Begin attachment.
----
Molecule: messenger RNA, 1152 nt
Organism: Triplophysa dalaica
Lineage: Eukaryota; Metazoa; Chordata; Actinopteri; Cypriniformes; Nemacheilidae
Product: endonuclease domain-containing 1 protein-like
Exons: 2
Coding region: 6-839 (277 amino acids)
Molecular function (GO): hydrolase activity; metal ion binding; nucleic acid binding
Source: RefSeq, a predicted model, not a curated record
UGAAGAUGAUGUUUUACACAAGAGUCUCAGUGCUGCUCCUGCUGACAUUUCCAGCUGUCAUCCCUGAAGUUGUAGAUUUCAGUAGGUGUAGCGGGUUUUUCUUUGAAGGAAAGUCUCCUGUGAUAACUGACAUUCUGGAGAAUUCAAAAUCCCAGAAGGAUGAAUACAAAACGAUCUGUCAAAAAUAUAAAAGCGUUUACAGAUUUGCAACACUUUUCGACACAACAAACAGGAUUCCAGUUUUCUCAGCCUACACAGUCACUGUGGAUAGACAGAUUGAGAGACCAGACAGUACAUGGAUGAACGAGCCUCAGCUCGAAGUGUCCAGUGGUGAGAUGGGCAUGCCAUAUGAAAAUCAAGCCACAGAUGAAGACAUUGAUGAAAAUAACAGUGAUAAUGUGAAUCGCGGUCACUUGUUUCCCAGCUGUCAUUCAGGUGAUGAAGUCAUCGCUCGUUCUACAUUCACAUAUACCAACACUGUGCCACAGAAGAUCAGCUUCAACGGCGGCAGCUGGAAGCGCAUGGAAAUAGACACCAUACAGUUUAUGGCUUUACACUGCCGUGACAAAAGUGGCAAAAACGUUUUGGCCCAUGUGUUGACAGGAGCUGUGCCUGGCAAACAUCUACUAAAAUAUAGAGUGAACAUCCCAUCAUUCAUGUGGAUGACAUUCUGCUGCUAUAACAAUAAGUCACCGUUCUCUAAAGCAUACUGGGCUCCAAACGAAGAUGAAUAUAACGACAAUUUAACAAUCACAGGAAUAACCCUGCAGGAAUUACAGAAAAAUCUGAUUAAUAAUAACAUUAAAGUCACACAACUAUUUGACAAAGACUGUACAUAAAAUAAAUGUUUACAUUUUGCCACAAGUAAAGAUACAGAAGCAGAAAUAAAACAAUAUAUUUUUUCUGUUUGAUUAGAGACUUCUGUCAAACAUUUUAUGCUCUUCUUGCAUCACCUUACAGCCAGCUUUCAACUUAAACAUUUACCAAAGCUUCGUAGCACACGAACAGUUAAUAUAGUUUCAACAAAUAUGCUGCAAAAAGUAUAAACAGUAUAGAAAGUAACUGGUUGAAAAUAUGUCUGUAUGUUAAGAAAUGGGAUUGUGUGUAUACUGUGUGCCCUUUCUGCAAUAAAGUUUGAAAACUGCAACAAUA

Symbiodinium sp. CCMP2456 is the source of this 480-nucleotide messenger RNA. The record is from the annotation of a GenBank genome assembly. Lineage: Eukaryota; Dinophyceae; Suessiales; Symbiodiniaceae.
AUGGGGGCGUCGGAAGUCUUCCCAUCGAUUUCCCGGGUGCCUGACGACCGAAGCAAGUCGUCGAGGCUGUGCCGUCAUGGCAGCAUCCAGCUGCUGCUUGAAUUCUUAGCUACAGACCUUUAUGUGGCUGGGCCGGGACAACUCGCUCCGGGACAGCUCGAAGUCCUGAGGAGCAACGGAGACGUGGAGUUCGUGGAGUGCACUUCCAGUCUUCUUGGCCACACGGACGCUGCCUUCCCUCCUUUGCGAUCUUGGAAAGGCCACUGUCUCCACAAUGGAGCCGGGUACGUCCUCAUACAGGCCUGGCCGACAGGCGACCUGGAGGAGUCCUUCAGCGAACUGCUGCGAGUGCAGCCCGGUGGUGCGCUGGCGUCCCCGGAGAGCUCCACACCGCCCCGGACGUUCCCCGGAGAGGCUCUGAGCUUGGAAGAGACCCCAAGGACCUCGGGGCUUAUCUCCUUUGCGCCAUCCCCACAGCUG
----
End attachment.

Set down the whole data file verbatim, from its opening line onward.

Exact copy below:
Molecule: messenger RNA, 1152 nt
Organism: Triplophysa dalaica
Lineage: Eukaryota; Metazoa; Chordata; Actinopteri; Cypriniformes; Nemacheilidae
Product: endonuclease domain-containing 1 protein-like
Exons: 2
Coding region: 6-839 (277 amino acids)
Molecular function (GO): hydrolase activity; metal ion binding; nucleic acid binding
Source: RefSeq, a predicted model, not a curated record
UGAAGAUGAUGUUUUACACAAGAGUCUCAGUGCUGCUCCUGCUGACAUUUCCAGCUGUCAUCCCUGAAGUUGUAGAUUUCAGUAGGUGUAGCGGGUUUUUCUUUGAAGGAAAGUCUCCUGUGAUAACUGACAUUCUGGAGAAUUCAAAAUCCCAGAAGGAUGAAUACAAAACGAUCUGUCAAAAAUAUAAAAGCGUUUACAGAUUUGCAACACUUUUCGACACAACAAACAGGAUUCCAGUUUUCUCAGCCUACACAGUCACUGUGGAUAGACAGAUUGAGAGACCAGACAGUACAUGGAUGAACGAGCCUCAGCUCGAAGUGUCCAGUGGUGAGAUGGGCAUGCCAUAUGAAAAUCAAGCCACAGAUGAAGACAUUGAUGAAAAUAACAGUGAUAAUGUGAAUCGCGGUCACUUGUUUCCCAGCUGUCAUUCAGGUGAUGAAGUCAUCGCUCGUUCUACAUUCACAUAUACCAACACUGUGCCACAGAAGAUCAGCUUCAACGGCGGCAGCUGGAAGCGCAUGGAAAUAGACACCAUACAGUUUAUGGCUUUACACUGCCGUGACAAAAGUGGCAAAAACGUUUUGGCCCAUGUGUUGACAGGAGCUGUGCCUGGCAAACAUCUACUAAAAUAUAGAGUGAACAUCCCAUCAUUCAUGUGGAUGACAUUCUGCUGCUAUAACAAUAAGUCACCGUUCUCUAAAGCAUACUGGGCUCCAAACGAAGAUGAAUAUAACGACAAUUUAACAAUCACAGGAAUAACCCUGCAGGAAUUACAGAAAAAUCUGAUUAAUAAUAACAUUAAAGUCACACAACUAUUUGACAAAGACUGUACAUAAAAUAAAUGUUUACAUUUUGCCACAAGUAAAGAUACAGAAGCAGAAAUAAAACAAUAUAUUUUUUCUGUUUGAUUAGAGACUUCUGUCAAACAUUUUAUGCUCUUCUUGCAUCACCUUACAGCCAGCUUUCAACUUAAACAUUUACCAAAGCUUCGUAGCACACGAACAGUUAAUAUAGUUUCAACAAAUAUGCUGCAAAAAGUAUAAACAGUAUAGAAAGUAACUGGUUGAAAAUAUGUCUGUAUGUUAAGAAAUGGGAUUGUGUGUAUACUGUGUGCCCUUUCUGCAAUAAAGUUUGAAAACUGCAACAAUA

Symbiodinium sp. CCMP2456 is the source of this 480-nucleotide messenger RNA. The record is from the annotation of a GenBank genome assembly. Lineage: Eukaryota; Dinophyceae; Suessiales; Symbiodiniaceae.
AUGGGGGCGUCGGAAGUCUUCCCAUCGAUUUCCCGGGUGCCUGACGACCGAAGCAAGUCGUCGAGGCUGUGCCGUCAUGGCAGCAUCCAGCUGCUGCUUGAAUUCUUAGCUACAGACCUUUAUGUGGCUGGGCCGGGACAACUCGCUCCGGGACAGCUCGAAGUCCUGAGGAGCAACGGAGACGUGGAGUUCGUGGAGUGCACUUCCAGUCUUCUUGGCCACACGGACGCUGCCUUCCCUCCUUUGCGAUCUUGGAAAGGCCACUGUCUCCACAAUGGAGCCGGGUACGUCCUCAUACAGGCCUGGCCGACAGGCGACCUGGAGGAGUCCUUCAGCGAACUGCUGCGAGUGCAGCCCGGUGGUGCGCUGGCGUCCCCGGAGAGCUCCACACCGCCCCGGACGUUCCCCGGAGAGGCUCUGAGCUUGGAAGAGACCCCAAGGACCUCGGGGCUUAUCUCCUUUGCGCCAUCCCCACAGCUG